Gee, you don’t think having to come from all over the world, everyplace but there, and then seizing the place in a war against the civilians there, and making war on the indigenous people there sort of deflates the “self-determination” claim? Even without “objective tests”, the Zionists fail every “subjective” test.

        It wasn’t a “self-determination” that’s ridiculous. It was simply a brutal colonial enterprise, using the both troubles and the attainments (affluence and influence) and/or desires of Jews in Europe and elsewhere and preying on the martial weakness of the Palestinians.
        Why the hell can’t it be what it obviously is, and continues to be? .

      • MHughes976
        March 29, 2016, 3:57 am

        Thanks for Merriam W, Sibiriak! I share your judgement about the Zionist claims re ‘rights of the Jewish people in the Holy Land’, as you know. I would just put it to you that the Merriam W definition gives abundant reason for your being right, since innumerable groups, far too many for any meaningful claim of right by all of them, are ‘peoples’ by its standards. ‘Common interest’ – an extremely low bar – clearly makes all religious groups and sects and all football and tennis fans Peoples. An American Episcopalian football fan who likes visiting France and drinking Beaujolais belongs, I think, to at least five peoples. And so on with the other criteria. At this rate Jews are certain,y a people but nothing of interest follows from that.

      • echinococcus
        March 29, 2016, 5:09 am

        Sibiriak,

        Re defining the territory, of course. That’s one of the features that, as you say, need some discussion and case by case judgement, etc.
        Only, in the case of Palestine, we have an iron-clad old history of unit Palestine, also subunits Cisjordan and Transjordan; even if it weren’t the case one thing is damn sure: the Zionists are not a party to that discussion, not by a thousand miles.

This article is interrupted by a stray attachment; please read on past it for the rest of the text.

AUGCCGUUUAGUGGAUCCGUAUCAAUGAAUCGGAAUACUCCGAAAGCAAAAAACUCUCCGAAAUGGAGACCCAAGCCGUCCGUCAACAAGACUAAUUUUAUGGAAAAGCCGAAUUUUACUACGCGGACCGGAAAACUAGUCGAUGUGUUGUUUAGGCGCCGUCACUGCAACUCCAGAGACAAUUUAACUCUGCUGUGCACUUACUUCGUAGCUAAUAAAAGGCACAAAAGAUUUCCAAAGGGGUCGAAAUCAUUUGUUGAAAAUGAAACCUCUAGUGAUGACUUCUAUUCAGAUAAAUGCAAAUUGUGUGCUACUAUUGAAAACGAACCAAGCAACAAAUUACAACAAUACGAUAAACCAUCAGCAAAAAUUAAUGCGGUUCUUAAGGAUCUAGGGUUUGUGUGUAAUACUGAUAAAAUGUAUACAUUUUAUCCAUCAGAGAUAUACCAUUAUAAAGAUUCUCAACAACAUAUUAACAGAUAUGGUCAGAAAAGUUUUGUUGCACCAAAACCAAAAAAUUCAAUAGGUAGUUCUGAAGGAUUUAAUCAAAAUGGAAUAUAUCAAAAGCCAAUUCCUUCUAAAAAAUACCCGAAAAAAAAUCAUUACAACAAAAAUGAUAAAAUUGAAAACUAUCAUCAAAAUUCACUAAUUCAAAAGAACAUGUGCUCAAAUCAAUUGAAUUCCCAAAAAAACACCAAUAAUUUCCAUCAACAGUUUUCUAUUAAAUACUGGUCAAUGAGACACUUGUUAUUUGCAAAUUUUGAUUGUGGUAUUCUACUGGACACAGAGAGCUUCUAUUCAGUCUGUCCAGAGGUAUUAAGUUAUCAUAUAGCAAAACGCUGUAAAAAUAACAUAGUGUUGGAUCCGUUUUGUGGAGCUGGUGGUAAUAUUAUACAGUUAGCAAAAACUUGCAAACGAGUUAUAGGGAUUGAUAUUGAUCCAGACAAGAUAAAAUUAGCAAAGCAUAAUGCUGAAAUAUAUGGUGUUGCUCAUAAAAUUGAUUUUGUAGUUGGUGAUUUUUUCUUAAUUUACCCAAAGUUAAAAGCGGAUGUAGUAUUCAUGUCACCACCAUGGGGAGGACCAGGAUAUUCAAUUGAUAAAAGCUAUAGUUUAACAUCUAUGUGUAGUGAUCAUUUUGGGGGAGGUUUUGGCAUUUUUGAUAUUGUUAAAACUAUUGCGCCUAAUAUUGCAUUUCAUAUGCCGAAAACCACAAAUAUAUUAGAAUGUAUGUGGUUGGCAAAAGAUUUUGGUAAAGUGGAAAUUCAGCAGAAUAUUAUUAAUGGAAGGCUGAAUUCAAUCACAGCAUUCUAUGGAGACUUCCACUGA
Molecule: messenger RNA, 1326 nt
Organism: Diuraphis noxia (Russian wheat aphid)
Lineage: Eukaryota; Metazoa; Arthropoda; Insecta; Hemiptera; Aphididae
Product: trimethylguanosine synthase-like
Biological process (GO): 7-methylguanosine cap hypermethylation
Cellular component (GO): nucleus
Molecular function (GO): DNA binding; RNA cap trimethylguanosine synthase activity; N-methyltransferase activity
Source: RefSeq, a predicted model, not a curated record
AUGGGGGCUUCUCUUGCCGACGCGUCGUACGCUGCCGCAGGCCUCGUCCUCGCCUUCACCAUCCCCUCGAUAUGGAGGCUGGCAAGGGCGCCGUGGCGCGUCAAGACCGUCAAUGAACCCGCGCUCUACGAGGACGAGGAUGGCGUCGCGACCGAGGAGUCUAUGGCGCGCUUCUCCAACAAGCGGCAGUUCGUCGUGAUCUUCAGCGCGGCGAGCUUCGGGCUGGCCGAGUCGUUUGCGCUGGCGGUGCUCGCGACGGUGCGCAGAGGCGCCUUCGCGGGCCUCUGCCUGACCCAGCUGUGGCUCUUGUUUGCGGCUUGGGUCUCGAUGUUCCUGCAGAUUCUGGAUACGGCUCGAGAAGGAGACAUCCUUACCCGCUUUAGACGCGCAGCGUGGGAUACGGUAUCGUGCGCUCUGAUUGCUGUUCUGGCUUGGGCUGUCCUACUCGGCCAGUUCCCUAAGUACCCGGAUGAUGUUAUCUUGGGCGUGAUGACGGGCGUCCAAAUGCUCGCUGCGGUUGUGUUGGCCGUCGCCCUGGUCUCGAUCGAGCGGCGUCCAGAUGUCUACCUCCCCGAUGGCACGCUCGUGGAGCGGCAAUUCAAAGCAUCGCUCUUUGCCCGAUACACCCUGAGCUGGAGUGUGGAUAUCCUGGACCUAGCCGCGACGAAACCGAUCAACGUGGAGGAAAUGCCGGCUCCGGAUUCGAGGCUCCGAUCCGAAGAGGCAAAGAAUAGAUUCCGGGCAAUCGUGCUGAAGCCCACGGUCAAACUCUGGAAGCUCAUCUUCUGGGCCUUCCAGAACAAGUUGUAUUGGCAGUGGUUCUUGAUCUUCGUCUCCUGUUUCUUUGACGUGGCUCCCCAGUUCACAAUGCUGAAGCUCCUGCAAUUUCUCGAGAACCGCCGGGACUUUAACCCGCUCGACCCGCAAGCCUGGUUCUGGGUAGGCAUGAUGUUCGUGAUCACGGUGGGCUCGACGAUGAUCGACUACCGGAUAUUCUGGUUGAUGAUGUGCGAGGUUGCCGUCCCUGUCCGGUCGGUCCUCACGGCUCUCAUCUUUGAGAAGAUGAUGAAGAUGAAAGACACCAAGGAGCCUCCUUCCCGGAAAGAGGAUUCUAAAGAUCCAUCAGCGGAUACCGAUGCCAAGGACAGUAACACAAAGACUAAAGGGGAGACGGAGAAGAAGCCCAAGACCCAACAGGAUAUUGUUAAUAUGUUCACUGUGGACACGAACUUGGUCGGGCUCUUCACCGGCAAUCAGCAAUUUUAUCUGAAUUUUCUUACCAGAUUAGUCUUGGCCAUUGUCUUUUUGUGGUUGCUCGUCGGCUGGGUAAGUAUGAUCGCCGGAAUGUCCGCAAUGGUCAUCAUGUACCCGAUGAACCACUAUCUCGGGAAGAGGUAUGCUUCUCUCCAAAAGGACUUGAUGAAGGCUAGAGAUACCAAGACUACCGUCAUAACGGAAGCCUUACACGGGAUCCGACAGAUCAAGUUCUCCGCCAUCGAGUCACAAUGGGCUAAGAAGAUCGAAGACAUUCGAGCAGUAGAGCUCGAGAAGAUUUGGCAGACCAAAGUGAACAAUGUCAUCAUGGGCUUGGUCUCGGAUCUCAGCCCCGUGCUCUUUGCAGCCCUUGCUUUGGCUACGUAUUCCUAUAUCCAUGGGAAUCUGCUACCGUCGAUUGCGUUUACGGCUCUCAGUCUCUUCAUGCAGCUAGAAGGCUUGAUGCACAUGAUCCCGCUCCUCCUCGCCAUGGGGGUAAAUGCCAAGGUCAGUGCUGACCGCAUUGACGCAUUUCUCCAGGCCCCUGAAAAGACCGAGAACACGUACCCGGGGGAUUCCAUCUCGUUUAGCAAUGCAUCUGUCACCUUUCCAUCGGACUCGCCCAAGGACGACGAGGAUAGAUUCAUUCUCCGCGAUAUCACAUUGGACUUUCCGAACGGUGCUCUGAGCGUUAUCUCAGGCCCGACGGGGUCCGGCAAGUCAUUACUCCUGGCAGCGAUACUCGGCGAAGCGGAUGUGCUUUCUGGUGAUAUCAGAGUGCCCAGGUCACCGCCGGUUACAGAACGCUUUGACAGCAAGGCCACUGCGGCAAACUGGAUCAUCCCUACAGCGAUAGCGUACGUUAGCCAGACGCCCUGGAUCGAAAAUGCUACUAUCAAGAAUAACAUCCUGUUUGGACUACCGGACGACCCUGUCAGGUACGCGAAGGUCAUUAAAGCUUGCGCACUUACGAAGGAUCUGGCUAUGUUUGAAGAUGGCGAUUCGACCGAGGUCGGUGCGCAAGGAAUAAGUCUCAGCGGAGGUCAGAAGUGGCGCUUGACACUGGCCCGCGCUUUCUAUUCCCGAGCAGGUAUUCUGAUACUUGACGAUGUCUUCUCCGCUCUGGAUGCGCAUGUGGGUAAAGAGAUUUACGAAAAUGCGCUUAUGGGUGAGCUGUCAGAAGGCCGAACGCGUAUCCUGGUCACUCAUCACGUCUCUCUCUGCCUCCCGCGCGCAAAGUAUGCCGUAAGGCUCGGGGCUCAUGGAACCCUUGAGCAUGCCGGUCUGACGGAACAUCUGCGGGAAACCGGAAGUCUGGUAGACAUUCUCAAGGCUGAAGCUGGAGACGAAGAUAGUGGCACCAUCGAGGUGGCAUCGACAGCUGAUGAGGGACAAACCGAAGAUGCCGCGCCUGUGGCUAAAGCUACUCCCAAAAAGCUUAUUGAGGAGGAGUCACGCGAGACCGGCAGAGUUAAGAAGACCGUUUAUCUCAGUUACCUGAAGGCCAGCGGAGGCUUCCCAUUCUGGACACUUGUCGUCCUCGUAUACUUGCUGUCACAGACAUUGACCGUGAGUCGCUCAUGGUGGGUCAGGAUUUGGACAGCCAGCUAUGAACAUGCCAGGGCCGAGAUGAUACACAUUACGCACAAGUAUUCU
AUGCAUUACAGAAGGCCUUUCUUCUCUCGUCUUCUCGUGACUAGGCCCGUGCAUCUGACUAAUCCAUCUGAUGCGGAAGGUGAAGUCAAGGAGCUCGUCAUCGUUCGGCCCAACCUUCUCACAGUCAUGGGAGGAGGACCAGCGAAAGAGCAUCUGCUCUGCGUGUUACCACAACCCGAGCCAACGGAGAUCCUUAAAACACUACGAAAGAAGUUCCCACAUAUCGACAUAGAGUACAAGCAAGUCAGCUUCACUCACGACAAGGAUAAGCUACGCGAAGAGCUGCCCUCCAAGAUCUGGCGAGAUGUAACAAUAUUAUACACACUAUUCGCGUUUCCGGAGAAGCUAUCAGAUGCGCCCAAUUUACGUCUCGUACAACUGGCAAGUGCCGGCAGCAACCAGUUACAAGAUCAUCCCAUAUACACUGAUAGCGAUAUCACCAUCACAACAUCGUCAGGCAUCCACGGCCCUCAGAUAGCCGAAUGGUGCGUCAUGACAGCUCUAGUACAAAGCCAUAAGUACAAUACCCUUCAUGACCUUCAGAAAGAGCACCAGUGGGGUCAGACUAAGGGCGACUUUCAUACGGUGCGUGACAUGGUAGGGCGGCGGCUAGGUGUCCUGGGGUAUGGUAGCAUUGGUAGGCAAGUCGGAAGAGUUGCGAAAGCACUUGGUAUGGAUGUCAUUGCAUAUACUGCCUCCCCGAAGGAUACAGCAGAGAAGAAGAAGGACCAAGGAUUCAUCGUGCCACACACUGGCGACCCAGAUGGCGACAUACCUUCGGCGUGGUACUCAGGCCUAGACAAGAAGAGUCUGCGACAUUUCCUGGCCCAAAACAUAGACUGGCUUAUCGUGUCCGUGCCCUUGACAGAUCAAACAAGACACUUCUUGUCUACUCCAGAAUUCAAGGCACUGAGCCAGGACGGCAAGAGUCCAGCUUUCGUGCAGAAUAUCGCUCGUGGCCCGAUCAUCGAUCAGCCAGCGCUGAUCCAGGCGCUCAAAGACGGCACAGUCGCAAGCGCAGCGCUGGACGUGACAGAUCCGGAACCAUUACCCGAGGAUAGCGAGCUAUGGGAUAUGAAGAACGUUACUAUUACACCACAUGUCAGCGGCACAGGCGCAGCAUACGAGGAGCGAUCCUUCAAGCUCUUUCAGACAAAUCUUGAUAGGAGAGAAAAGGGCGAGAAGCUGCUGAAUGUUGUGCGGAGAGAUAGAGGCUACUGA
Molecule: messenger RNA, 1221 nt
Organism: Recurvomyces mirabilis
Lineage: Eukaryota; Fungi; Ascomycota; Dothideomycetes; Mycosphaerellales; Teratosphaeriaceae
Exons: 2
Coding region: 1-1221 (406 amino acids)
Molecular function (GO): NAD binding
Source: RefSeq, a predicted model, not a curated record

• yonah fredman
        March 29, 2016, 6:07 am

        Mooser- Judaism’s dramatic trajectory will not be altered an iota by my thoughts and if I thought you gave 2 shits I would be deeply hurt. But bold type and sincerity are not one and the same.

        The Judaism or Jewishness depicted by Philip Roth in goodbye Columbus was awfully superficial and lacking gravitas, that is weight enough to resist the pushes and pulls of modern individualistic urban society. Zionism is a symptom of that superficiality.

        Idealists who transform the moralism of the rabbis into lifestyles of doing good and empathy and helping their neighbors are the creme de la creme and if they speak Yiddish or hebrew and quote a verse or a sugya of gemorrah while doing good that adds spice to their goodness. My attempt to assert my right to illogical identity is not mere obfuscation, it is my assertion of human nature, given the facts as handed down to me by fate. Y’know that “friend” to Richard Kimble.

        I was born to people who asserted moses on sinai. My own trajectory has been to reject such myths, but not to disown them. Maybe a plant succeeds enough to reach towards the sun and the sky, but I am still busy with my roots.

        All do gooders and all do gooders who use God to spur their doing good are a blessing to the planet. I apologize that all I do here is try to clarify my own thoughts.

      • yonah fredman
        March 29, 2016, 6:23 am

        Eljay- yes, the urge of some jews was in this direction, not all jews or most jews.

        A logical assessment of the long range feasibilities by pinsker and herzl only saw the dangers of the status quo, they did not have a global appreciation regarding the development of freedoms and rebellions against colonialism at a distance of 70 or so years.

        The dangers of the status quo were very real, nest pas? So a strategy of group survival was called for. If in fact that strategy was insufficient then it is an insufficient strategy, but a cool eyed assessment of history reveals that there was a need for SOME strategy. You’ve had 70 years perspective what do you whisper in pinsker and herzl’s ear?